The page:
Interview with Postgraduate Researcher Winsome Lee

winsome-lee

What is the focus of your research at the University of Leicester?

My research focus, namely for my dissertation is a comparative study of the forensic science progression in Hong Kong over a 40 years time frame. Hong Kong is where I have been brought up, and forensic science in the city is always covered with the mysterious veil. In 1965, we had our first forensic case. Till today, more than 40 years have passed by, it will be essential to evaluate how much we had progress.

Other than the dissertation research, since my focus is on forensic anthropology and forensic archaeology, I am also doing different excavation field schools, projects,  and osteology related research with other institutions.

Why is this research important to the field of forensic science and what do you hope to achieve by carrying out this research?

Technology and forensic techniques develop in a pace that we would never catch up with. However, due to constraints, not much comparative studies have been done, as an evaluation of the progress and development of the field, on the one hand. Sadly, funding is usually not entirely willing to sponsor studies of this sort, as they are hoping for new discovery most of the time, which likely lead to over generalization of ideas. Given the fact that forensics subjects heavily to experiences and contexts. Therefore, comparative study of forensic science is something that the profession needs yet tends to be overseen usually. On the other hand, a historical comparative study like the captioned one above, shows the same model over different time frames. It allows us to see the approach or policy from a macro level, namely environmental and political factors. In hope of this research, the government and the law enforcement will make improvements of their policies and models in order to facilitate the growth and application of forensic science in Hong Kong.

What does life as a postgraduate researcher entail?

Grad school life, as we all know, is tough. It is the kind of life that you have a full plate and always do not know where to start with. A lot of time management is involved, especially when I am also working alongside the study. People say you can use the senior year of undergraduate as a postgraduate tryout, I find this mostly correct! Also, other than studying, you are constantly looking for research and publication opportunities. Every time, when we are struggling, my pals and I keep asking ourselves, “why would we do this to ourselves.” But the sense of achievement is never better when you have accomplished something and survived a semester after another.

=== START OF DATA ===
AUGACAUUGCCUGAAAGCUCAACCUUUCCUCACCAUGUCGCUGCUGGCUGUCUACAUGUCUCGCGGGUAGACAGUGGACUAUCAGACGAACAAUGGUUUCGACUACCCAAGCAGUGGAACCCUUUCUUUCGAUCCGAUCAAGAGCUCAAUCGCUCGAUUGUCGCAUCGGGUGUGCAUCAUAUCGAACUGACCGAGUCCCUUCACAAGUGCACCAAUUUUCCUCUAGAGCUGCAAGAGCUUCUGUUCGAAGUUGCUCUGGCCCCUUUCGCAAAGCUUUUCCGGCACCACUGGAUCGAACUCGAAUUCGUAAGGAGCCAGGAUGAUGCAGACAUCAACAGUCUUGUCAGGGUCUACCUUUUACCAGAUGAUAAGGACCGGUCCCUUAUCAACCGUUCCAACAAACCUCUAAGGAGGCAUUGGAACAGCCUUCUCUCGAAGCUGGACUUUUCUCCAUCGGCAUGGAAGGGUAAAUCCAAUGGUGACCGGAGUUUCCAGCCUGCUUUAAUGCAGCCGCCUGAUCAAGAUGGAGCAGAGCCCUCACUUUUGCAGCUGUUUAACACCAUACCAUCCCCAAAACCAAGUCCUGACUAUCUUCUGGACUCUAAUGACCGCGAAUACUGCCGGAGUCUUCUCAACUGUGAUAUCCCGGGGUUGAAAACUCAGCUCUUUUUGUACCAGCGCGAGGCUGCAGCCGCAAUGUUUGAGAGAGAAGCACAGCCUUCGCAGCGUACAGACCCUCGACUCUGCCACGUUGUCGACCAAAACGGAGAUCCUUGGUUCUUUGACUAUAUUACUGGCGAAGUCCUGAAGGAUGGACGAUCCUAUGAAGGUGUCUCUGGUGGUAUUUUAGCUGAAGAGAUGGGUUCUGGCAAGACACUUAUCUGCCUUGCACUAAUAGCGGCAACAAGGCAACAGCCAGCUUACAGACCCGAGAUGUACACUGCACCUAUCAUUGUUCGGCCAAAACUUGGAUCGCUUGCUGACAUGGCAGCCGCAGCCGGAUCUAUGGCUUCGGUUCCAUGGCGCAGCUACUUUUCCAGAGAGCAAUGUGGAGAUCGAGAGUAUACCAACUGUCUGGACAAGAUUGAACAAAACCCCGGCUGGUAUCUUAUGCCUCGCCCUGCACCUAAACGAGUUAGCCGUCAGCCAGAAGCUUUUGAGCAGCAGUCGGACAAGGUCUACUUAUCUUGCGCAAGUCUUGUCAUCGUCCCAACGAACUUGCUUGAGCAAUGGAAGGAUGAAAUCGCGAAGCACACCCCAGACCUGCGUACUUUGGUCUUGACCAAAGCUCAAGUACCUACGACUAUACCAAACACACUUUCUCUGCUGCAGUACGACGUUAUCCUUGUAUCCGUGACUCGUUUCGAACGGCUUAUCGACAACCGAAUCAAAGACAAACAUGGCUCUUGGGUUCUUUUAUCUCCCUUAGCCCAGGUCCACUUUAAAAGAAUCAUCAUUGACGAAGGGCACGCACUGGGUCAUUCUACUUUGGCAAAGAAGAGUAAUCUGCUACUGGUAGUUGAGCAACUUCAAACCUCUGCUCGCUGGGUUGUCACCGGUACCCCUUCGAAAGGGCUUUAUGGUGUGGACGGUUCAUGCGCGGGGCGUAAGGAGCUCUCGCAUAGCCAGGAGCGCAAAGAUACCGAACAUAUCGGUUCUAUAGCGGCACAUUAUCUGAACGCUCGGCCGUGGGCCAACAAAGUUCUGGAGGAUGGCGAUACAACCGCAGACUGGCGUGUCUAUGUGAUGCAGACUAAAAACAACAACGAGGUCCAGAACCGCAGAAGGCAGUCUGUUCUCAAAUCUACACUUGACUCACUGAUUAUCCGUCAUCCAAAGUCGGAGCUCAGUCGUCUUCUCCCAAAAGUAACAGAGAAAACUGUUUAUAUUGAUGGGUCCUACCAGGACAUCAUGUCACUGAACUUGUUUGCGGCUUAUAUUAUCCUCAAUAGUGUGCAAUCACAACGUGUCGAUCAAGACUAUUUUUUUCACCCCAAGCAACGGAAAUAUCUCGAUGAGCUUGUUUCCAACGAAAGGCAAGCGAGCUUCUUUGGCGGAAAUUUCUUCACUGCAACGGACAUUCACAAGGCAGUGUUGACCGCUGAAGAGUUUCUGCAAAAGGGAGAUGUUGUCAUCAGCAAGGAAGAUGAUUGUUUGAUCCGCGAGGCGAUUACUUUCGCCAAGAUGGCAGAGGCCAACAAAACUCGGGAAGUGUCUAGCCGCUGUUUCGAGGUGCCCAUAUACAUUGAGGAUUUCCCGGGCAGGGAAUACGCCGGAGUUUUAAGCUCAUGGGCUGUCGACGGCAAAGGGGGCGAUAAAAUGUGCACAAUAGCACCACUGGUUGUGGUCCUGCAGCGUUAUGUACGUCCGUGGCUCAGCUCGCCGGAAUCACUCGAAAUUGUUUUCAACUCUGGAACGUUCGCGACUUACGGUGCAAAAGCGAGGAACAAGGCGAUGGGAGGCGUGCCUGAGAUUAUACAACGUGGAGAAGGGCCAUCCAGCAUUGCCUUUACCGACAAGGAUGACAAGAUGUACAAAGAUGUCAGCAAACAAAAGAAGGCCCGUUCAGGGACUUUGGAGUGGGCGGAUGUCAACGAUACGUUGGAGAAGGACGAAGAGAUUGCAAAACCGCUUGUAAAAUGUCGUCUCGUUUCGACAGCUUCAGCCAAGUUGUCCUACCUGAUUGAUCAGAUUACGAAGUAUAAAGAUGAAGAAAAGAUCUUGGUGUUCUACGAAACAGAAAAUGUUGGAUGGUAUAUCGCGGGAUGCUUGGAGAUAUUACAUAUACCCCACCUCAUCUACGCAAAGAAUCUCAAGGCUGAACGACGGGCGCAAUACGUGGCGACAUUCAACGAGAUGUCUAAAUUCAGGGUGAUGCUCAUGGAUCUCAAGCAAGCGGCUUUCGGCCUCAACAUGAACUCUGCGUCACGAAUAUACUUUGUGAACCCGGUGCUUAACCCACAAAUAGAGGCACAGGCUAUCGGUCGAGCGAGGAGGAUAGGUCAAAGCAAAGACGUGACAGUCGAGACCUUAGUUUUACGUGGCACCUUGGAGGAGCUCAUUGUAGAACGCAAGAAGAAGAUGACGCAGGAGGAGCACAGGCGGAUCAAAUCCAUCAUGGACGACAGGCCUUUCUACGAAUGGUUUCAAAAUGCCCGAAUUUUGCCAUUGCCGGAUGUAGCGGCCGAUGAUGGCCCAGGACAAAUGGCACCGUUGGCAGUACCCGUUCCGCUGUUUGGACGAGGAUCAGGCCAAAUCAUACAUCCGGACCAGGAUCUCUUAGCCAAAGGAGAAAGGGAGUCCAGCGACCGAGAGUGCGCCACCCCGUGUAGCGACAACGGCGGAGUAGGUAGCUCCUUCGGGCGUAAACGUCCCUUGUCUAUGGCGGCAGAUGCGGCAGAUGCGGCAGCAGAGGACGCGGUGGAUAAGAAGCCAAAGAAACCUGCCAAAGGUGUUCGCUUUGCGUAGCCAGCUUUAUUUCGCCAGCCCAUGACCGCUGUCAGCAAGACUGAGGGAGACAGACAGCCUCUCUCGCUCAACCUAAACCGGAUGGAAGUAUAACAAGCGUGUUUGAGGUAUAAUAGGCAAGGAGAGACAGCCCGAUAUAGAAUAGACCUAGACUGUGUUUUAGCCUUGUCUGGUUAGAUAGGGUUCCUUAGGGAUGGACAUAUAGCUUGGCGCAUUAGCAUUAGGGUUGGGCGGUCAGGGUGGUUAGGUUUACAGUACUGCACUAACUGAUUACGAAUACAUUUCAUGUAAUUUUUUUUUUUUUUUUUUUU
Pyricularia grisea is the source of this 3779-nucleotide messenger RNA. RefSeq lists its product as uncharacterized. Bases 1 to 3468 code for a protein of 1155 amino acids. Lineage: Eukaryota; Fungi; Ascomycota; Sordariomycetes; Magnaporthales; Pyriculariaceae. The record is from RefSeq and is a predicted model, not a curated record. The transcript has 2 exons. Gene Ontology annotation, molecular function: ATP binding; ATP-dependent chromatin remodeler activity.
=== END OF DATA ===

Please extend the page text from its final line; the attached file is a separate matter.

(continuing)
What are your plans for after you have completed your research?

After completing the existing project in the University of Leicester, I would be looking for PhD opportunities in either bioarchaeology, or biological anthropology.

Also, I have several real life forensic projects with police and other authorities ongoing and lined up. I am all excited and looking forward to all these amazing opportunities ahead!

Do you have any advice for students hoping to pursue a position in forensic research?

Keep your mind open!

First of all, forensic science itself is a relatively broad profession. Some of my friends switched from one discipline to another after trying out things, from forensic anthropology to law, from forensic pathology to forensic photography. You never know until you have tried. So first thing will be, to grasp as many opportunities as you can, then decide.

Once you made your choice, you also have to remember that forensic scientist is a relatively narrow yet competitive profession. What I mean is that, there is only certain demand in the authorities or law enforcement for forensic experts. If no one retires, you probably will not get a job. So it is always beneficial to have a broader, or second profession focus besides forensics.

Also, it is also very important to know that not every forensic scientist is good with doing research. Some are good with applying what we have learned, rather than doing research and making new discoveries. Be open minded, and do not get frustrated! Keep in mind that, either way we are making remarkable contribution.

Follow Winsome’s blog “Traces in Bones” here.

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Interview with Forensic Accountant Sundaraparipurnan Narayanan

SN FA

What is your current job role and what does this involve?